Toyota iQ Review

When the first smart car hit the roads in 1998, there were mixed feelings about how well it would do.  They then released a convertible making it a perfect fit for any queer and his dog, and since then nothing has really come close to touching the smart car when it comes to city driving.
Introducing the iQ, the latest in small car technology from Toyota.

Defeating the object of its nature, the iQ is a 9ft by 5ft four-seater city car that shouts style, practicality and most or all efficiency.  However I can't help but think that Toyota have teamed up with Apple on this one, using a select 4 colours to release it in and only two trim levels, the iQ is certainly an acquired taste, although a lot more innovative than any city car we've tested.

The iQ certainly turns heads, but is it all it's cracked up to be when you get inside?  Well as you may have already guessed from the title, the iQ isn't short of intelligence, although not in terms of in car entertainment or sat nav, no, the iQ hides all it's brains until you get in and start the engine.  Toyota have included an array of standard features in the iQ and here's just a few:  Keyless entry, Keyless drive, Dusk sensing headlamps, Rain sensing wipers…and a whole lot more!

What I particularly love about this little city car is Toyota's 'Optimal Drive' system, which also comes as standard throughout their range.  It isn't an alien concept by any means, the system suggests the gear that the car will be the most fuel-efficient in, it does this by a simple arrow telling you to change up/down and also helps reduce emissions that the car produces.  All this helps increase your fuel consumption to 65 mpg and decrease your CO2 emissions to a fantastic 99g/km, meaning it's a steal when it comes to taxing and insuring an iQ.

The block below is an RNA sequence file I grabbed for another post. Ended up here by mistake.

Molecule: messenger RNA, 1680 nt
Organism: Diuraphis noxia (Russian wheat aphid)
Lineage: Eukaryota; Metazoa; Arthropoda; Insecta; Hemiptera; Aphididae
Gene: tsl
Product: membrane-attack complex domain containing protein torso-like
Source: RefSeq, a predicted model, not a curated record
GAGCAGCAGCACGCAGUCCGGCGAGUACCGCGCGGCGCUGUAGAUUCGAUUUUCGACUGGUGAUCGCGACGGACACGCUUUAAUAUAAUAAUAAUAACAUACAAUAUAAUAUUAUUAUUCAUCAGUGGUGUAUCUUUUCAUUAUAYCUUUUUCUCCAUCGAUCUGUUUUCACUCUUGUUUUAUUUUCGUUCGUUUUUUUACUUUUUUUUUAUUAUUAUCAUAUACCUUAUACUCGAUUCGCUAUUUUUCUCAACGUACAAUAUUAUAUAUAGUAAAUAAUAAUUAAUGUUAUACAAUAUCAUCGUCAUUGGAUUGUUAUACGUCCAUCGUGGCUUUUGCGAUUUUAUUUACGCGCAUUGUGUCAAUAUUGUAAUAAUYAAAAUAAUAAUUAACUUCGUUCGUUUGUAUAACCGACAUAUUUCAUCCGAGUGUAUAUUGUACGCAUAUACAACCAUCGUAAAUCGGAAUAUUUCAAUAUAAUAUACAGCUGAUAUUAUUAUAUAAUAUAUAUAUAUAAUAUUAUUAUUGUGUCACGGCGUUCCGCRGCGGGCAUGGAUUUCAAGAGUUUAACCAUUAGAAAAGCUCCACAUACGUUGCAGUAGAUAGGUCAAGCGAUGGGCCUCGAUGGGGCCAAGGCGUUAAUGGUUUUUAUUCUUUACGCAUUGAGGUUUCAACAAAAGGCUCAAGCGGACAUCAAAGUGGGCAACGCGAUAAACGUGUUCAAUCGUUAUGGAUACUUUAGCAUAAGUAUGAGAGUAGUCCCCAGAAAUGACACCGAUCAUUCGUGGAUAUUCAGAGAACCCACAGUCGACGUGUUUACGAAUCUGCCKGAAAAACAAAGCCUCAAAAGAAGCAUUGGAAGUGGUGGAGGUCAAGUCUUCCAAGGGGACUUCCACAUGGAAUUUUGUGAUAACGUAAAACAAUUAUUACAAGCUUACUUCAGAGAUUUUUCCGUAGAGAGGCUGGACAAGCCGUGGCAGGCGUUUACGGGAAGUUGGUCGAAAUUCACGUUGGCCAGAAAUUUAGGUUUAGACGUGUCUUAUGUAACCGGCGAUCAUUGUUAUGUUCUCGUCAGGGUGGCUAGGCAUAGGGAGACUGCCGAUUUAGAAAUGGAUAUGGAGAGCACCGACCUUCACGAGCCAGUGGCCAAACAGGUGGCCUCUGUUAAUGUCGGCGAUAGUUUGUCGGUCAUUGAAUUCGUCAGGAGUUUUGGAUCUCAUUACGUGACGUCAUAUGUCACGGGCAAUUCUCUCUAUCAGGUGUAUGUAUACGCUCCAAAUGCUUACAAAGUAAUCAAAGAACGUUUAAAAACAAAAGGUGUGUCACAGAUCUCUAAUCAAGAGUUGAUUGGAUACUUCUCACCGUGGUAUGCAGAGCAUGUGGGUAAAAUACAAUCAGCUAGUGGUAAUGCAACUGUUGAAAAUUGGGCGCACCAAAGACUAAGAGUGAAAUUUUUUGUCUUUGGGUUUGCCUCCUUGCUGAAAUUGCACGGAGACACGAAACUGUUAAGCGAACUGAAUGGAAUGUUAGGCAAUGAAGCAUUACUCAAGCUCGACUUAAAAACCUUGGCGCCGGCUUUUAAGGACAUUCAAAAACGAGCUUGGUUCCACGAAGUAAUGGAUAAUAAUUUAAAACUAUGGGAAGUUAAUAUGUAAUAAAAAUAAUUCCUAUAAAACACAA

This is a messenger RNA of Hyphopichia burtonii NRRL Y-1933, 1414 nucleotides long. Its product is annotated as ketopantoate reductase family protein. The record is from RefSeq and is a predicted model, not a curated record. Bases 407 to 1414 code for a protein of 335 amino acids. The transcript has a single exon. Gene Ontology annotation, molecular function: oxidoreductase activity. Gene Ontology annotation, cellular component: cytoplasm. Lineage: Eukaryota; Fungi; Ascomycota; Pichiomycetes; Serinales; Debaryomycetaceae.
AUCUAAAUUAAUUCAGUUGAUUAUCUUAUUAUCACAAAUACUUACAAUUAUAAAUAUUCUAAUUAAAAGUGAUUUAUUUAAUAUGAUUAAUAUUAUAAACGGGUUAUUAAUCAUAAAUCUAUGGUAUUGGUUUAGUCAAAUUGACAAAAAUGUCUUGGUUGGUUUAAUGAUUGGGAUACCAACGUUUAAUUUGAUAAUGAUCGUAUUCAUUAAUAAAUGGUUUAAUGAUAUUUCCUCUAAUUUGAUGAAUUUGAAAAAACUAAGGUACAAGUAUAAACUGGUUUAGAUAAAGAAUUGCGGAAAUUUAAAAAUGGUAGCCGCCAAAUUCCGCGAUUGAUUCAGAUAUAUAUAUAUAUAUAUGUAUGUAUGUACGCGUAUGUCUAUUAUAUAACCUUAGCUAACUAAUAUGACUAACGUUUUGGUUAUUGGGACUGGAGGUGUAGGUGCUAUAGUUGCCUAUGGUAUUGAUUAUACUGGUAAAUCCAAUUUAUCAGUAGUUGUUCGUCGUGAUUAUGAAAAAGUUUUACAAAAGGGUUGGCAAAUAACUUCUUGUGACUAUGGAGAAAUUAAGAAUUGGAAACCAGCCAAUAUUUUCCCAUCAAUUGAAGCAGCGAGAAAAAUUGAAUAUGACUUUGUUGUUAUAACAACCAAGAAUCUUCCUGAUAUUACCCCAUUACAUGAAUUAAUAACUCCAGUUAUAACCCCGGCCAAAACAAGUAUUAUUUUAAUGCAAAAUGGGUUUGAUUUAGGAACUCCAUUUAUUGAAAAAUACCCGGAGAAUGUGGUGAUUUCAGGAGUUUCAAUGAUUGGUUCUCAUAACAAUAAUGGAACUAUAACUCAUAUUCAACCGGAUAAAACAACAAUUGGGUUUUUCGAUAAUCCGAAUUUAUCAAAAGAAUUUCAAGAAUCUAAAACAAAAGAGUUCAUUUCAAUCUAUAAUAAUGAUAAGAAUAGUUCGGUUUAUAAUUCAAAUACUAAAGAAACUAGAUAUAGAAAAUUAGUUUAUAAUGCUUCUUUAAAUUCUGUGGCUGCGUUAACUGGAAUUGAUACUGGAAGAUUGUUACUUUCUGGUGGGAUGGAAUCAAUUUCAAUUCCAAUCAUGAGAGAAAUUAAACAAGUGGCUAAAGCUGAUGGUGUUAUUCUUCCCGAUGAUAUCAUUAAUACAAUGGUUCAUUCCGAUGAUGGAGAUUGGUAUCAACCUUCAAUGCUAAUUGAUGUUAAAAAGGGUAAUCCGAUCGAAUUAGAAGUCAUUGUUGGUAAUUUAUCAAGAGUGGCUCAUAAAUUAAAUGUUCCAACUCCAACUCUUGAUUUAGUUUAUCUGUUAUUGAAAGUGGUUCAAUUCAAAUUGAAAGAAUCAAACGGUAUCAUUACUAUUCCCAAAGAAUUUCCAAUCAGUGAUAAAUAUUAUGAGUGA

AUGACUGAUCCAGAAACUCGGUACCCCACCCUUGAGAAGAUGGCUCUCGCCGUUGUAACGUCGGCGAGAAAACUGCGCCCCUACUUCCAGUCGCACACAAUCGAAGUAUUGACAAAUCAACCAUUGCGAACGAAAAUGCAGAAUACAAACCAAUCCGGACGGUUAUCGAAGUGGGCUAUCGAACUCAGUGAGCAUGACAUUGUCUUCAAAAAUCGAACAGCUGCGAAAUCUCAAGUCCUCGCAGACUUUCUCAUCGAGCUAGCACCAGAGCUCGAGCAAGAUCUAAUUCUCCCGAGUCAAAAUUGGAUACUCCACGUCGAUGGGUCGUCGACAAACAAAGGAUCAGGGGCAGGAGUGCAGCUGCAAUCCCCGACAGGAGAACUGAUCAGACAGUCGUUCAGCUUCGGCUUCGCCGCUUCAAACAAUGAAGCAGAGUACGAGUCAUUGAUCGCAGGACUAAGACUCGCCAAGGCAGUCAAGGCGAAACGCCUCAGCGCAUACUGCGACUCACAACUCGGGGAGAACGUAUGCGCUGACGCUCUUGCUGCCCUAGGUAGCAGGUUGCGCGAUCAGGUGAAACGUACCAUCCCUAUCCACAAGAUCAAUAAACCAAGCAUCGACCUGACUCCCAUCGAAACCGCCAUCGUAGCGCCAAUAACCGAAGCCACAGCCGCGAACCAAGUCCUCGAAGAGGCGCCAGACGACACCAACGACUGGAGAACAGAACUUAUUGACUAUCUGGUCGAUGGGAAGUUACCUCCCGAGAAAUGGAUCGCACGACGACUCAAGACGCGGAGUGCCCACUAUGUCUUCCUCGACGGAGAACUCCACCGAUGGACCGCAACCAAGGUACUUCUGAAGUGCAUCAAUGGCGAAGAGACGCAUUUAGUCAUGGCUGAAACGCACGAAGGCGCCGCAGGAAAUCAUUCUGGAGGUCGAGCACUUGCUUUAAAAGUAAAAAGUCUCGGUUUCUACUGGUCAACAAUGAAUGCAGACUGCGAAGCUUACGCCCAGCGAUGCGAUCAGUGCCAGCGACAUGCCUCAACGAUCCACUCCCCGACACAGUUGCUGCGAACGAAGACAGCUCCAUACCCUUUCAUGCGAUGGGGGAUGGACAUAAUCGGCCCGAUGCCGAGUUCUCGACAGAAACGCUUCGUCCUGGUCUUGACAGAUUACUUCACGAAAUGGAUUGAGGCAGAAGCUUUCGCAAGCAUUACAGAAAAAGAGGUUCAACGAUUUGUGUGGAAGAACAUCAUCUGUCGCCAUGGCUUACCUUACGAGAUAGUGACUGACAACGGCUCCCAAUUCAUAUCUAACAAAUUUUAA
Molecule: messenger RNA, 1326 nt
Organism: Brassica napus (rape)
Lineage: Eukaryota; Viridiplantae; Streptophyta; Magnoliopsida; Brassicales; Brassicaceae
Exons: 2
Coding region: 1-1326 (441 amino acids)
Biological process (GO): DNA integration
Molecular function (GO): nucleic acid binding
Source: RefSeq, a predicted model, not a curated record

All this is fantastic, and an absolute song to all you city driver's out there, but where the iQ falls short is on the motorway, although fantastic on fuel, you'll have a hard job getting anywhere fast.  It take 14 seconds to get to 60mph and unfortunately once you get there, there isn't much else there in terms of power.  This does cause issues when it comes to overtaking, and it's a little daunting when you're sat in between two lorries in the slow lane, because you can't increase your speed quick enough.

On to city driving itself, and I have to admit there isn't a gap you cant get through, a road too narrow, or a space you won't be able to park in (unless you can't park).
The iQ has the smallest turning circle I have ever experienced, meaning that parking is a breeze, three point turns no longer exist and before you know it your facing the other way.  It takes city driving to a whole new level of fun, and you'll find yourself gloating at all the other cars on the road searching for a space big enough to park, as you hop in and out side streets avoiding the traffic.

Overall, the iQ will certainly convert some if not most of the smart car generation, and is certainly setting new expectations from the small car industry.  Arguably it isn't fantastic on the motorway, however I don't think that I can hold that against it, only being a one-litre petrol.  The iQ is definitely a true city car, a comfortable four seater that will get you around town in style.